Pros and Cons of Convertible Notes

In the previous article, we studied what convertible notes are and how they are used in the context of financing a startup firm. The various terms and conditions which are generally a part of the convertible notes agreement were also explained along with the working of the note. However, before investors and founders make a choice about whether or not they want to use convertible notes, they must fully understand its pros and cons.

This article provides a detailed explanation of the pros and cons associated with convertible notes.

Advantages of Convertible Notes

The advantages of convertible notes have been listed below:

  • Huge Upside: Angel investors typically use convertible notes to invest in a company which they believe has a huge upside. A convertible note is a relatively safe way to obtain a good chunk of equity in a corporation in the seed funding stage. If the corporation does not make it to the next stage, then the investment will be treated as debt and the investors will be repaid whatever is possible by liquidating their assets. However, if the corporation does make it to the next stage, investors can acquire a significant stake at a discount to the market rate.

  • Less Expensive: The process of issuing convertible notes is much simpler and less time-consuming as compared to other forms of financing. Also, since the process is largely informal in nature and no valuation has to be agreed upon, the time taken for the paperwork as well as the legalities are quite less. This also means that there are lower transaction costs associated with such financing. Lower transaction costs are quite lucrative for startups that are yet in the pre-seed-funding stage.

  • Delays Valuation: Both the investors and founders are not comfortable valuing the firm at a very early stage. This is because, at this stage, firms haven’t had the opportunity to display the traction which they have generated within their industry. Hence, investors feel that they will be given a lower valuation while investors are afraid that they might end up overpaying for the company. Both the investors as well as the founders want to delay the valuation decision as much as possible. Convertible notes allow the firm to do so and hence are preferred by both parties.

  • Valuation Cap: Most convertible notes also have a valuation cap clause. This clause ensures that the firm does not end up giving too much of its stake at a low price. The valuation cap puts a cap on the maximum amount of equity that can be transferred to the investors when the conversion happens. This feature makes the founders feel comfortable while using these notes.

Disadvantages of Investing in Convertible Notes

Convertible notes are criticized on several grounds. It is said that these notes have several disadvantages, some of which, have been mentioned below.

  • High Risk: Convertible notes can be very risky investments. This is because if the firm does not find another investor who can give them a good valuation, then they will be bound to repay the notes with cash. Also, since the amount of the notes is considered to be debt, the firm may have to liquidate its assets in order to pay off this debt. This is a bad situation for both the founders as well as the investors. On the one hand, the founders' company can go bankrupt in the process while on the other hand, the investors can also lose all of their money.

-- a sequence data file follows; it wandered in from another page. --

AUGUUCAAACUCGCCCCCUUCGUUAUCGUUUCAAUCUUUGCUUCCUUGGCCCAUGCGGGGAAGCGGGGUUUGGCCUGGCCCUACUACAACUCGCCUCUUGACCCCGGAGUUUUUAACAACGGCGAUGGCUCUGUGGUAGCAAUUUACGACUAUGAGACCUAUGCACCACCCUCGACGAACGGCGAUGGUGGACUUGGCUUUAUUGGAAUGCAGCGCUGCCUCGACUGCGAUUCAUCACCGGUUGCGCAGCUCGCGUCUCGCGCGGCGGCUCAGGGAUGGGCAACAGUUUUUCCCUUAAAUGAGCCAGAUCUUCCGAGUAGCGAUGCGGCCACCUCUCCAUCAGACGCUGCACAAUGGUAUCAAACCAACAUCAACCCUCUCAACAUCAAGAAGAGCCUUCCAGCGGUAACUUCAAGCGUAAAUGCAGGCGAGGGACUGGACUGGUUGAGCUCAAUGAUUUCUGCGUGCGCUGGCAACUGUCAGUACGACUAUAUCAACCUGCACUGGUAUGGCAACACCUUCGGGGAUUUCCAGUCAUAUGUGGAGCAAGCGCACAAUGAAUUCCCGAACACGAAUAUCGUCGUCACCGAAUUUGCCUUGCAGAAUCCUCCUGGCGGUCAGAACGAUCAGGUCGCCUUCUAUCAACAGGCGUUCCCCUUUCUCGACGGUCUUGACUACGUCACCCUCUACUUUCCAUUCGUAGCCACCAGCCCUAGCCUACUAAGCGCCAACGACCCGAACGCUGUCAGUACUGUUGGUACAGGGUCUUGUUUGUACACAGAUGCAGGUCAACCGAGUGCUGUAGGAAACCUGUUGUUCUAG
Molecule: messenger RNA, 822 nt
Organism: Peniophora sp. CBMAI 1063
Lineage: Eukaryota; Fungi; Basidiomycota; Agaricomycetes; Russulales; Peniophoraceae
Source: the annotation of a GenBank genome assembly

• Lack of Control: In most cases, the true value of convertible notes is not determined either by the investor or by the founders. Instead, it is determined by third-party investors who invest in the company at a later stage. These investors decide the valuation of the firm. This valuation is used to determine the valuation of the notes. It is common for both investors as well as founders to try to manipulate the valuation provided by the third party in order to gain an upper hand.

  • Equity Dilution: Convertible notes are a form of early-stage financing. Any form of early-stage financing causes the company to offload its shares at a very low valuation. Prudent founders want to avoid committing any equity of their firm at this early stage. Hence, they prefer to use either the debt route or their own funds. Selling equity at a very early stage is basically the equivalent of selling its equity at a very low price.

  • Complications: It is possible for the same startup company to sell convertible notes to a wide variety of investors. Hence, in such cases, multiple parties tend to get involved. If the deal is not structured properly, then these multiple parties can have conflicting interests as well. This can create a lot of hassles at later stages. Hence, it is advisable for any company to ensure that there are no complications since the interests of all stakeholders will be negatively impacted.

Convertible notes are generally considered to be a dangerous proposition and form a part of an aggressive financing strategy. Investors, as well as founders, need to carefully consider their pros and cons before deciding on whether to use it or not.

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